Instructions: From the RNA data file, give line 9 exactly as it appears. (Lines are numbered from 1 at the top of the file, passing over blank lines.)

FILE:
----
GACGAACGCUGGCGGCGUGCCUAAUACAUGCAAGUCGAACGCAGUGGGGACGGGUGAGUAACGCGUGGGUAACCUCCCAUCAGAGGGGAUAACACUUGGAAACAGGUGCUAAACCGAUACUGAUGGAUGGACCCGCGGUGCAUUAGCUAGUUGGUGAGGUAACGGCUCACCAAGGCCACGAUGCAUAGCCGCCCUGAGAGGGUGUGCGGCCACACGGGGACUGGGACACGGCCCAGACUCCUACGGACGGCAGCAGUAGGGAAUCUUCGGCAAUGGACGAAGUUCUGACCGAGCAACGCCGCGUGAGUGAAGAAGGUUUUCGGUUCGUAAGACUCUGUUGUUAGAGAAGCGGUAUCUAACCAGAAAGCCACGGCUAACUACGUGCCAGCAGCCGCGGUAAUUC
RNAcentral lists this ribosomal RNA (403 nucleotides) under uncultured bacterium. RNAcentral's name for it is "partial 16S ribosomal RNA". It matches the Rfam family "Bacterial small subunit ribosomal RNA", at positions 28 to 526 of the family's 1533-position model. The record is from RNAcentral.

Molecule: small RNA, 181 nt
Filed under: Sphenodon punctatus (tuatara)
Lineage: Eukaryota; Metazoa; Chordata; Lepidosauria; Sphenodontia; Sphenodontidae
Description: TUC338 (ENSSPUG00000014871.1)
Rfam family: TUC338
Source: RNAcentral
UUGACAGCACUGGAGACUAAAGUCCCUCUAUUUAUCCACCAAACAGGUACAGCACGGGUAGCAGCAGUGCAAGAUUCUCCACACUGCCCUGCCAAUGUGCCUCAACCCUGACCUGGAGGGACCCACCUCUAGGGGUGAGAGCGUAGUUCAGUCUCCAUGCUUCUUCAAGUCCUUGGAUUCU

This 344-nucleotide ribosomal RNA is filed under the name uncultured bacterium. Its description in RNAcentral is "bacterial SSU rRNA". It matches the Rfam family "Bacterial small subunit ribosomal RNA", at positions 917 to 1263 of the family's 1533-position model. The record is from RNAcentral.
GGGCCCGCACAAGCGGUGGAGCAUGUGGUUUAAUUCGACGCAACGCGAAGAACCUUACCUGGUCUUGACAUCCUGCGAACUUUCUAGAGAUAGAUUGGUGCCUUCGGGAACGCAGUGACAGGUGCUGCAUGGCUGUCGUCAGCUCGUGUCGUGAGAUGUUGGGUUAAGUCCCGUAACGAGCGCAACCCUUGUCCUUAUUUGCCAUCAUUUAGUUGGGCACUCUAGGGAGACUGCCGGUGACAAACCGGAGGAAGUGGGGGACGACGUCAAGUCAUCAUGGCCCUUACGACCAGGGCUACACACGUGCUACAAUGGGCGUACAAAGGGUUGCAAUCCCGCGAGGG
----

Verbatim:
UUGACAGCACUGGAGACUAAAGUCCCUCUAUUUAUCCACCAAACAGGUACAGCACGGGUAGCAGCAGUGCAAGAUUCUCCACACUGCCCUGCCAAUGUGCCUCAACCCUGACCUGGAGGGACCCACCUCUAGGGGUGAGAGCGUAGUUCAGUCUCCAUGCUUCUUCAAGUCCUUGGAUUCU